Shower is this superb Chinese movie that is just so, so, so simply well put together that it’ll movie you to tears. And you’ll want to rush to the toilet to pee.
It starts off by a man bathing in an automatic shower stall. Then the whole movie revolves around a traditional Chinese showering stall. This showering/bathing place is owned by an old man and his mentally challenged son looking after it. The old man’s older son works in a city firm and lives with his wife. He comes running to rural Beijing (where his father and brother live) when his brother sends a postcard and thought that his father was dead and he ends up looking after the showering place for a while.
This has no fixed plot line. You can’t have a one-line story to it. This movie a riot of emotions: we laughed till tears streamed out of our eyes; we cried in the end and a few times in between; we went ‘awww’; we went mad. It was such an adorable movie that we couldn’t take our eyes off of it at all! It had family emotions, admiration for a talent, simple, exceptional, belly hurting humour.
Coming to the main focus of watching movies in class, the city has been portrayed in a very straight-forward way. When the whole area of their living was going to be demolished, it sounded very much like the scenario that we see in our country. Development replacing culture and tradition has been accepted by default.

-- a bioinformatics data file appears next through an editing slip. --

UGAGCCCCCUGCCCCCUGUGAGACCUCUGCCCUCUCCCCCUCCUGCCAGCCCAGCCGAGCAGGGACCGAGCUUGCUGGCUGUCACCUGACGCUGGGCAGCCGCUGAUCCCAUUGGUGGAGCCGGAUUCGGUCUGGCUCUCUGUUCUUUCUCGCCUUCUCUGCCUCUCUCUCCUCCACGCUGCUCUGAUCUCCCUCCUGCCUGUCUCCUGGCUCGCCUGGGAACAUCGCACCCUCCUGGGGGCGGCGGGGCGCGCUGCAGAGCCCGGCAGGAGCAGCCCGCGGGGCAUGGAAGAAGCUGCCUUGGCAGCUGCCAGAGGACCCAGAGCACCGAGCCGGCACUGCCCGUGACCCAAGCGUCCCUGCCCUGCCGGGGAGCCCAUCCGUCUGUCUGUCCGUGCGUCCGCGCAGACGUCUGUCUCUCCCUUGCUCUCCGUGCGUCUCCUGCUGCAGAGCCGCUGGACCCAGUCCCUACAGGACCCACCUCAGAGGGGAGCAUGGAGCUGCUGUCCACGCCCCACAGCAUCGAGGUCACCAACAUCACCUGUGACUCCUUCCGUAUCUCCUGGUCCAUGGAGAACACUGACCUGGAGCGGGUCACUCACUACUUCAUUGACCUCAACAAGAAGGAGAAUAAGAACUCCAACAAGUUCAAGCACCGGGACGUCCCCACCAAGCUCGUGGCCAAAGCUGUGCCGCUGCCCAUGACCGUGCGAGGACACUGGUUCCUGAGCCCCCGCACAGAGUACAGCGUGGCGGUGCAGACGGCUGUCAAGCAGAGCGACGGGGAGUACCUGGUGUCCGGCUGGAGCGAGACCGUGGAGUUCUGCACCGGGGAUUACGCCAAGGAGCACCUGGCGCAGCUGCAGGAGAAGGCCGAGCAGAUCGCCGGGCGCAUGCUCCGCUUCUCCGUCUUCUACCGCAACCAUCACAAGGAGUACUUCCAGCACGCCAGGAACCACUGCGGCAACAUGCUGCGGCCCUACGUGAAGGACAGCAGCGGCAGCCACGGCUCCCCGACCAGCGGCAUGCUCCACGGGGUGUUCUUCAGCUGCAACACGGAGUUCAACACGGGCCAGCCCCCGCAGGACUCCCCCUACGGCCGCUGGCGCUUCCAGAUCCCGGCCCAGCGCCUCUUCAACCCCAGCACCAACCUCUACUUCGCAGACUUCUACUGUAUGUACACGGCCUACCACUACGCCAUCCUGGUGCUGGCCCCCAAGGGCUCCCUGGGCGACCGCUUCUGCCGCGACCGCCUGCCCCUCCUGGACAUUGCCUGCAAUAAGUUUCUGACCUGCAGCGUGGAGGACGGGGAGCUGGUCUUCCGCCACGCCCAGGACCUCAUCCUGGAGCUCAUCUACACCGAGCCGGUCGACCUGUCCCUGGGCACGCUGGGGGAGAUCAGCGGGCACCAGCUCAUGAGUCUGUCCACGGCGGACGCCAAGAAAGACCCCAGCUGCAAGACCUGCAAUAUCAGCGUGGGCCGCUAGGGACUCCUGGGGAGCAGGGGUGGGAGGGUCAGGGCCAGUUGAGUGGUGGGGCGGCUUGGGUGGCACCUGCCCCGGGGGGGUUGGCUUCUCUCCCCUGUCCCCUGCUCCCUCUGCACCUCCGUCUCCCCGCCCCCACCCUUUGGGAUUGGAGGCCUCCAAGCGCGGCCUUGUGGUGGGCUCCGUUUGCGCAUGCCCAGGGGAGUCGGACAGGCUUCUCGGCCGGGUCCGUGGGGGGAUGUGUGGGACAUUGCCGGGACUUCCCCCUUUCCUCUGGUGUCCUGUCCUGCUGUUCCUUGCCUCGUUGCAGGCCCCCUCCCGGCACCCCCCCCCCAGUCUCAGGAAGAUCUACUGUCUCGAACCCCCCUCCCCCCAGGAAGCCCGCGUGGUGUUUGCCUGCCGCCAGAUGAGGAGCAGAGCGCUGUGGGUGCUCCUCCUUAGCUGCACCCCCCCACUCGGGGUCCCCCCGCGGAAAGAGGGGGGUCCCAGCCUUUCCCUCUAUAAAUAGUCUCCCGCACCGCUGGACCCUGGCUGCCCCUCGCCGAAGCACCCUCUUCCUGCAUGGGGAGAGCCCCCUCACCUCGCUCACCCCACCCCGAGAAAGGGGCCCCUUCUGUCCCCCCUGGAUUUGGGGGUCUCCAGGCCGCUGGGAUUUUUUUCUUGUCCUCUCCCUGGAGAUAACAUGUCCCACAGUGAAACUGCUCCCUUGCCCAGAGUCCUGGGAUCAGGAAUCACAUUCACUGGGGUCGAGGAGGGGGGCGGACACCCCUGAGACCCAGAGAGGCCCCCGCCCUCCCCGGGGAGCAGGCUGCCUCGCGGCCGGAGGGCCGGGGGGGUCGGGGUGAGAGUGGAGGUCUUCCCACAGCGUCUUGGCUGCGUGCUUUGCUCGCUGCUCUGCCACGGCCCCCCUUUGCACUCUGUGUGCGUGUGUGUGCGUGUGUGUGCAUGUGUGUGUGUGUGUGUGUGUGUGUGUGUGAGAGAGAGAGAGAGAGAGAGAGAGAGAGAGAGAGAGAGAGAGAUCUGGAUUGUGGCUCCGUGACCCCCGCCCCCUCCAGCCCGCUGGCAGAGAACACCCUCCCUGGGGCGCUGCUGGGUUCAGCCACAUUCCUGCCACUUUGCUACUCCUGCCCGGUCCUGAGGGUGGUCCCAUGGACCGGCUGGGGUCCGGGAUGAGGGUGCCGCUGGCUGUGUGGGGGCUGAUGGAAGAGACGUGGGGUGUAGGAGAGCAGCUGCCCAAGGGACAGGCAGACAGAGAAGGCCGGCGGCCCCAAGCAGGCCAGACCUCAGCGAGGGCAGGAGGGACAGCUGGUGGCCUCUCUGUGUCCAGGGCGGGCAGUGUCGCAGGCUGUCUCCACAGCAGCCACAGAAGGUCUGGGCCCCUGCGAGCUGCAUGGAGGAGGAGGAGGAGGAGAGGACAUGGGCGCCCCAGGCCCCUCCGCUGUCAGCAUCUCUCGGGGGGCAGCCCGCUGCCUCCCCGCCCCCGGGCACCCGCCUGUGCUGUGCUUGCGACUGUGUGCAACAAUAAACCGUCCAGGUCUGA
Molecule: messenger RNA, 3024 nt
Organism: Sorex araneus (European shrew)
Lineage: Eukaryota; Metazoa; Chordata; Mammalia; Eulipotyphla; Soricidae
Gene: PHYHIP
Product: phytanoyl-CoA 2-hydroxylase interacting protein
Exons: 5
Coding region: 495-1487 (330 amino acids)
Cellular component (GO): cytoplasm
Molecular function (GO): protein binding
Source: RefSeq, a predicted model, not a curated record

The first scene of the automatic shower stall and the traditional bathing place shows a stark contrast in life. In the shower stall, you just go there, put some coins into the machine, bathe and come out and be on your way. But in the bathing place, it’s like a little community on its own. Most of them are old men, who’ve retired and come to spend some time with their friends. Sometimes, children are also seen. And here, we don’t see anyone paying the man. Not once throughout the movie.
It was a delightful watch.
There is nothing that I can do to this review to show all my love for this movie.